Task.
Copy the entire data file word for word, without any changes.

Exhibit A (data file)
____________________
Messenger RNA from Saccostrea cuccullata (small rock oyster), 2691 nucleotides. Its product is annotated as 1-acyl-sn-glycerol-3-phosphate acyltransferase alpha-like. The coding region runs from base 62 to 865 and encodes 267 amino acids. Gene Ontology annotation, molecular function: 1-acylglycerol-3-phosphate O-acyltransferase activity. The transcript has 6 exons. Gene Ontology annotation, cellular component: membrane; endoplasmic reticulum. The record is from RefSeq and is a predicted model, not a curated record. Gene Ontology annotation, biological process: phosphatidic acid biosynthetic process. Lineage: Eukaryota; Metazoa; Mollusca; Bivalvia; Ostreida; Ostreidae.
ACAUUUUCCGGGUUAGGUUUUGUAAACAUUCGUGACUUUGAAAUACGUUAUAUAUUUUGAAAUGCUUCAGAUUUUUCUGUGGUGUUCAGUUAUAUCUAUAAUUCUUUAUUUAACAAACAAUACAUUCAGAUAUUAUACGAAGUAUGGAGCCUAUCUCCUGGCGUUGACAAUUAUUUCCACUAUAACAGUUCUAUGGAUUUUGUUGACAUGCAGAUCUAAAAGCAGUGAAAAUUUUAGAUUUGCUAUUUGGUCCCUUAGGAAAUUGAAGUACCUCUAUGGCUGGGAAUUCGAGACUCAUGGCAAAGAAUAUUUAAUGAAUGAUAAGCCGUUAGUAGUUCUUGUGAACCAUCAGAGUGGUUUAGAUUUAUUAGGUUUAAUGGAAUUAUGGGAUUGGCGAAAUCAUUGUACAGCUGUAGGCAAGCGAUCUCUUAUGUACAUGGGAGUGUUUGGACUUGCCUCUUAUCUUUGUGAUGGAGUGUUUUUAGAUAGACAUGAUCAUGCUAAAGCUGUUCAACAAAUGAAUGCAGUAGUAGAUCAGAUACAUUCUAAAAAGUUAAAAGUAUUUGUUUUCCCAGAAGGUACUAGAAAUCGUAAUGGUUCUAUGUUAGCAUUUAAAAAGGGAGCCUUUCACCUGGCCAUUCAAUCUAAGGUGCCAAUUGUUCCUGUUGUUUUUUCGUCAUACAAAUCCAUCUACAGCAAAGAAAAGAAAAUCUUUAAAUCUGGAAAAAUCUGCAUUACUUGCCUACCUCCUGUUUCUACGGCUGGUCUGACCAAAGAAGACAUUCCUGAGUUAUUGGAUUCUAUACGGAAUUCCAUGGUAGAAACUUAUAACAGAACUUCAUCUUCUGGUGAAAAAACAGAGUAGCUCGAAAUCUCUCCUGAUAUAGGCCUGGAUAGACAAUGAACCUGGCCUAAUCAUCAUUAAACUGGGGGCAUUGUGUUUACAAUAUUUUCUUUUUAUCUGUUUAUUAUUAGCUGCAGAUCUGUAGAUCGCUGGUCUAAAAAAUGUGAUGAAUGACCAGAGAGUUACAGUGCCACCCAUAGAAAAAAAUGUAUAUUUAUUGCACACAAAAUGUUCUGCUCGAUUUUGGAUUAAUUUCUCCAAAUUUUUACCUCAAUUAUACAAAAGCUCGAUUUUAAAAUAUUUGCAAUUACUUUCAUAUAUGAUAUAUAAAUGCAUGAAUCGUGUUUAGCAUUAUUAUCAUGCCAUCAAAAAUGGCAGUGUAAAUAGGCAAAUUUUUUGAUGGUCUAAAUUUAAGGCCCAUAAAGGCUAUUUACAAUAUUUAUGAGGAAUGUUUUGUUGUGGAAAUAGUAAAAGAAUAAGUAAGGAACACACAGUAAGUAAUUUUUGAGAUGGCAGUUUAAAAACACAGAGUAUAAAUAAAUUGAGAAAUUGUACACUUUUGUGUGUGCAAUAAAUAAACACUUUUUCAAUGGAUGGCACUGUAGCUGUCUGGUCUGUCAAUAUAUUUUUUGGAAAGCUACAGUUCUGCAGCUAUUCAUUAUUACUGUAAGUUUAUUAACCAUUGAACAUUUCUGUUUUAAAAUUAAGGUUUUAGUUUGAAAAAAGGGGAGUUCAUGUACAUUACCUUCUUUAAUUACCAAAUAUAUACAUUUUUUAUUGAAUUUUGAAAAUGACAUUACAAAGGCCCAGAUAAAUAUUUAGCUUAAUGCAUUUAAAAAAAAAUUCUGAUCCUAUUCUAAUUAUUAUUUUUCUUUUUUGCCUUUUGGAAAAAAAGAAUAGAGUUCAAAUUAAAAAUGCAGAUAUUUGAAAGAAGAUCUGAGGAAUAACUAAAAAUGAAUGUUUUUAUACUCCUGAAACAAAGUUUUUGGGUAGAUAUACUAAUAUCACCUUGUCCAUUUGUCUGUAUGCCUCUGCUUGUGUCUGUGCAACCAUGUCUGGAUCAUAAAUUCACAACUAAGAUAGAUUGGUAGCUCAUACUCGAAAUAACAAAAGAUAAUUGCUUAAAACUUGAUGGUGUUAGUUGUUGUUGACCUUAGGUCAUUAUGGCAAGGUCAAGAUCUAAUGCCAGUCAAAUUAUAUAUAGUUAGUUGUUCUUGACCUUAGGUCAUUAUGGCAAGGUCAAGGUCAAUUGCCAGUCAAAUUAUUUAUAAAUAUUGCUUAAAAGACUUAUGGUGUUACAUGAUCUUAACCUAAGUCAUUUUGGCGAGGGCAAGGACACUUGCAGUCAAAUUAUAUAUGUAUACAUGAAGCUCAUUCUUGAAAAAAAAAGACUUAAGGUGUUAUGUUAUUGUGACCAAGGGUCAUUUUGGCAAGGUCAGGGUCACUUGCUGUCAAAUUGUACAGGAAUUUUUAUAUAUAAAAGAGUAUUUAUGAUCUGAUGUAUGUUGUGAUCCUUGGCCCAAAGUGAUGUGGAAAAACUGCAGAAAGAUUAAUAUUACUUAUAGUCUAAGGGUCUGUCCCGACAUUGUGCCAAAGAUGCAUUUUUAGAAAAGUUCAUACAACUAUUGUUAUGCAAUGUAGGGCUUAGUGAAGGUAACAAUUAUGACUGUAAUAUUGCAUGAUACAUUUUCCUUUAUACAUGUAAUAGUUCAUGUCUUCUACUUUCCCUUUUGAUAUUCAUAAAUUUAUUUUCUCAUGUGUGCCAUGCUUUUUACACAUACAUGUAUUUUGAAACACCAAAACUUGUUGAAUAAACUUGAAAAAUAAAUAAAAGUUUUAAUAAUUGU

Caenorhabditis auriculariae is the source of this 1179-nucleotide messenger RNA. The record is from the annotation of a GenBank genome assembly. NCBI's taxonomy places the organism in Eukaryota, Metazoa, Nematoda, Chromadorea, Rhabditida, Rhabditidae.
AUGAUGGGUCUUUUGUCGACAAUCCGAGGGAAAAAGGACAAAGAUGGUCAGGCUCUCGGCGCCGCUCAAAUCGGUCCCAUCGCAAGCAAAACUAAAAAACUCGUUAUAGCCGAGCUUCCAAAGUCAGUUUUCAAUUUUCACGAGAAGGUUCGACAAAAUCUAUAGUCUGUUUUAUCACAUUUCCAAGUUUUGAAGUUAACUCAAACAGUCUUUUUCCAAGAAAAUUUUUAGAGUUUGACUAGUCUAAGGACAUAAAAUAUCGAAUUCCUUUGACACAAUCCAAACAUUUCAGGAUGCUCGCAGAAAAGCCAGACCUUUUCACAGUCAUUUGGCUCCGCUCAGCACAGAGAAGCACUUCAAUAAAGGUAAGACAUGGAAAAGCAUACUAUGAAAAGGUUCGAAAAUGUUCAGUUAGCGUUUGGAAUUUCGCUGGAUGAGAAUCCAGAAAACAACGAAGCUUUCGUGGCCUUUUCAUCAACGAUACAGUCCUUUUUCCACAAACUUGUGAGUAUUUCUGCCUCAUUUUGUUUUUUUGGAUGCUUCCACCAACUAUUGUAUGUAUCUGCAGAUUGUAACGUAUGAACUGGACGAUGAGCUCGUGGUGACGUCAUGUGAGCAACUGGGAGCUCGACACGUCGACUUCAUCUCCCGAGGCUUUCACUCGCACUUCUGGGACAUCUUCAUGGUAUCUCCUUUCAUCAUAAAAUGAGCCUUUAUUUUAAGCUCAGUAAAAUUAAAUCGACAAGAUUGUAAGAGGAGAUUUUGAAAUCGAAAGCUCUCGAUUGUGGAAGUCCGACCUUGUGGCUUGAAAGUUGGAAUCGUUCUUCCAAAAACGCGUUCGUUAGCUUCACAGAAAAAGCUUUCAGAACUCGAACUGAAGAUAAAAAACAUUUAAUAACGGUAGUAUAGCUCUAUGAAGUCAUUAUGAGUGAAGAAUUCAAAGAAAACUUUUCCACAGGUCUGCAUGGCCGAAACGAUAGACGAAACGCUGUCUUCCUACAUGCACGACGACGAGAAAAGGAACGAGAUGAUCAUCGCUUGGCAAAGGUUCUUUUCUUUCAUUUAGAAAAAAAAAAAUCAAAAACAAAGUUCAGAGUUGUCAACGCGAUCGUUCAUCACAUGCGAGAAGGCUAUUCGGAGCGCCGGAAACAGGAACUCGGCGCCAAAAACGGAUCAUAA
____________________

Messenger RNA from Saccostrea cuccullata (small rock oyster), 2691 nucleotides. Its product is annotated as 1-acyl-sn-glycerol-3-phosphate acyltransferase alpha-like. The coding region runs from base 62 to 865 and encodes 267 amino acids. Gene Ontology annotation, molecular function: 1-acylglycerol-3-phosphate O-acyltransferase activity. The transcript has 6 exons. Gene Ontology annotation, cellular component: membrane; endoplasmic reticulum. The record is from RefSeq and is a predicted model, not a curated record. Gene Ontology annotation, biological process: phosphatidic acid biosynthetic process. Lineage: Eukaryota; Metazoa; Mollusca; Bivalvia; Ostreida; Ostreidae.
ACAUUUUCCGGGUUAGGUUUUGUAAACAUUCGUGACUUUGAAAUACGUUAUAUAUUUUGAAAUGCUUCAGAUUUUUCUGUGGUGUUCAGUUAUAUCUAUAAUUCUUUAUUUAACAAACAAUACAUUCAGAUAUUAUACGAAGUAUGGAGCCUAUCUCCUGGCGUUGACAAUUAUUUCCACUAUAACAGUUCUAUGGAUUUUGUUGACAUGCAGAUCUAAAAGCAGUGAAAAUUUUAGAUUUGCUAUUUGGUCCCUUAGGAAAUUGAAGUACCUCUAUGGCUGGGAAUUCGAGACUCAUGGCAAAGAAUAUUUAAUGAAUGAUAAGCCGUUAGUAGUUCUUGUGAACCAUCAGAGUGGUUUAGAUUUAUUAGGUUUAAUGGAAUUAUGGGAUUGGCGAAAUCAUUGUACAGCUGUAGGCAAGCGAUCUCUUAUGUACAUGGGAGUGUUUGGACUUGCCUCUUAUCUUUGUGAUGGAGUGUUUUUAGAUAGACAUGAUCAUGCUAAAGCUGUUCAACAAAUGAAUGCAGUAGUAGAUCAGAUACAUUCUAAAAAGUUAAAAGUAUUUGUUUUCCCAGAAGGUACUAGAAAUCGUAAUGGUUCUAUGUUAGCAUUUAAAAAGGGAGCCUUUCACCUGGCCAUUCAAUCUAAGGUGCCAAUUGUUCCUGUUGUUUUUUCGUCAUACAAAUCCAUCUACAGCAAAGAAAAGAAAAUCUUUAAAUCUGGAAAAAUCUGCAUUACUUGCCUACCUCCUGUUUCUACGGCUGGUCUGACCAAAGAAGACAUUCCUGAGUUAUUGGAUUCUAUACGGAAUUCCAUGGUAGAAACUUAUAACAGAACUUCAUCUUCUGGUGAAAAAACAGAGUAGCUCGAAAUCUCUCCUGAUAUAGGCCUGGAUAGACAAUGAACCUGGCCUAAUCAUCAUUAAACUGGGGGCAUUGUGUUUACAAUAUUUUCUUUUUAUCUGUUUAUUAUUAGCUGCAGAUCUGUAGAUCGCUGGUCUAAAAAAUGUGAUGAAUGACCAGAGAGUUACAGUGCCACCCAUAGAAAAAAAUGUAUAUUUAUUGCACACAAAAUGUUCUGCUCGAUUUUGGAUUAAUUUCUCCAAAUUUUUACCUCAAUUAUACAAAAGCUCGAUUUUAAAAUAUUUGCAAUUACUUUCAUAUAUGAUAUAUAAAUGCAUGAAUCGUGUUUAGCAUUAUUAUCAUGCCAUCAAAAAUGGCAGUGUAAAUAGGCAAAUUUUUUGAUGGUCUAAAUUUAAGGCCCAUAAAGGCUAUUUACAAUAUUUAUGAGGAAUGUUUUGUUGUGGAAAUAGUAAAAGAAUAAGUAAGGAACACACAGUAAGUAAUUUUUGAGAUGGCAGUUUAAAAACACAGAGUAUAAAUAAAUUGAGAAAUUGUACACUUUUGUGUGUGCAAUAAAUAAACACUUUUUCAAUGGAUGGCACUGUAGCUGUCUGGUCUGUCAAUAUAUUUUUUGGAAAGCUACAGUUCUGCAGCUAUUCAUUAUUACUGUAAGUUUAUUAACCAUUGAACAUUUCUGUUUUAAAAUUAAGGUUUUAGUUUGAAAAAAGGGGAGUUCAUGUACAUUACCUUCUUUAAUUACCAAAUAUAUACAUUUUUUAUUGAAUUUUGAAAAUGACAUUACAAAGGCCCAGAUAAAUAUUUAGCUUAAUGCAUUUAAAAAAAAAUUCUGAUCCUAUUCUAAUUAUUAUUUUUCUUUUUUGCCUUUUGGAAAAAAAGAAUAGAGUUCAAAUUAAAAAUGCAGAUAUUUGAAAGAAGAUCUGAGGAAUAACUAAAAAUGAAUGUUUUUAUACUCCUGAAACAAAGUUUUUGGGUAGAUAUACUAAUAUCACCUUGUCCAUUUGUCUGUAUGCCUCUGCUUGUGUCUGUGCAACCAUGUCUGGAUCAUAAAUUCACAACUAAGAUAGAUUGGUAGCUCAUACUCGAAAUAACAAAAGAUAAUUGCUUAAAACUUGAUGGUGUUAGUUGUUGUUGACCUUAGGUCAUUAUGGCAAGGUCAAGAUCUAAUGCCAGUCAAAUUAUAUAUAGUUAGUUGUUCUUGACCUUAGGUCAUUAUGGCAAGGUCAAGGUCAAUUGCCAGUCAAAUUAUUUAUAAAUAUUGCUUAAAAGACUUAUGGUGUUACAUGAUCUUAACCUAAGUCAUUUUGGCGAGGGCAAGGACACUUGCAGUCAAAUUAUAUAUGUAUACAUGAAGCUCAUUCUUGAAAAAAAAAGACUUAAGGUGUUAUGUUAUUGUGACCAAGGGUCAUUUUGGCAAGGUCAGGGUCACUUGCUGUCAAAUUGUACAGGAAUUUUUAUAUAUAAAAGAGUAUUUAUGAUCUGAUGUAUGUUGUGAUCCUUGGCCCAAAGUGAUGUGGAAAAACUGCAGAAAGAUUAAUAUUACUUAUAGUCUAAGGGUCUGUCCCGACAUUGUGCCAAAGAUGCAUUUUUAGAAAAGUUCAUACAACUAUUGUUAUGCAAUGUAGGGCUUAGUGAAGGUAACAAUUAUGACUGUAAUAUUGCAUGAUACAUUUUCCUUUAUACAUGUAAUAGUUCAUGUCUUCUACUUUCCCUUUUGAUAUUCAUAAAUUUAUUUUCUCAUGUGUGCCAUGCUUUUUACACAUACAUGUAUUUUGAAACACCAAAACUUGUUGAAUAAACUUGAAAAAUAAAUAAAAGUUUUAAUAAUUGU

Caenorhabditis auriculariae is the source of this 1179-nucleotide messenger RNA. The record is from the annotation of a GenBank genome assembly. NCBI's taxonomy places the organism in Eukaryota, Metazoa, Nematoda, Chromadorea, Rhabditida, Rhabditidae.
AUGAUGGGUCUUUUGUCGACAAUCCGAGGGAAAAAGGACAAAGAUGGUCAGGCUCUCGGCGCCGCUCAAAUCGGUCCCAUCGCAAGCAAAACUAAAAAACUCGUUAUAGCCGAGCUUCCAAAGUCAGUUUUCAAUUUUCACGAGAAGGUUCGACAAAAUCUAUAGUCUGUUUUAUCACAUUUCCAAGUUUUGAAGUUAACUCAAACAGUCUUUUUCCAAGAAAAUUUUUAGAGUUUGACUAGUCUAAGGACAUAAAAUAUCGAAUUCCUUUGACACAAUCCAAACAUUUCAGGAUGCUCGCAGAAAAGCCAGACCUUUUCACAGUCAUUUGGCUCCGCUCAGCACAGAGAAGCACUUCAAUAAAGGUAAGACAUGGAAAAGCAUACUAUGAAAAGGUUCGAAAAUGUUCAGUUAGCGUUUGGAAUUUCGCUGGAUGAGAAUCCAGAAAACAACGAAGCUUUCGUGGCCUUUUCAUCAACGAUACAGUCCUUUUUCCACAAACUUGUGAGUAUUUCUGCCUCAUUUUGUUUUUUUGGAUGCUUCCACCAACUAUUGUAUGUAUCUGCAGAUUGUAACGUAUGAACUGGACGAUGAGCUCGUGGUGACGUCAUGUGAGCAACUGGGAGCUCGACACGUCGACUUCAUCUCCCGAGGCUUUCACUCGCACUUCUGGGACAUCUUCAUGGUAUCUCCUUUCAUCAUAAAAUGAGCCUUUAUUUUAAGCUCAGUAAAAUUAAAUCGACAAGAUUGUAAGAGGAGAUUUUGAAAUCGAAAGCUCUCGAUUGUGGAAGUCCGACCUUGUGGCUUGAAAGUUGGAAUCGUUCUUCCAAAAACGCGUUCGUUAGCUUCACAGAAAAAGCUUUCAGAACUCGAACUGAAGAUAAAAAACAUUUAAUAACGGUAGUAUAGCUCUAUGAAGUCAUUAUGAGUGAAGAAUUCAAAGAAAACUUUUCCACAGGUCUGCAUGGCCGAAACGAUAGACGAAACGCUGUCUUCCUACAUGCACGACGACGAGAAAAGGAACGAGAUGAUCAUCGCUUGGCAAAGGUUCUUUUCUUUCAUUUAGAAAAAAAAAAAUCAAAAACAAAGUUCAGAGUUGUCAACGCGAUCGUUCAUCACAUGCGAGAAGGCUAUUCGGAGCGCCGGAAACAGGAACUCGGCGCCAAAAACGGAUCAUAA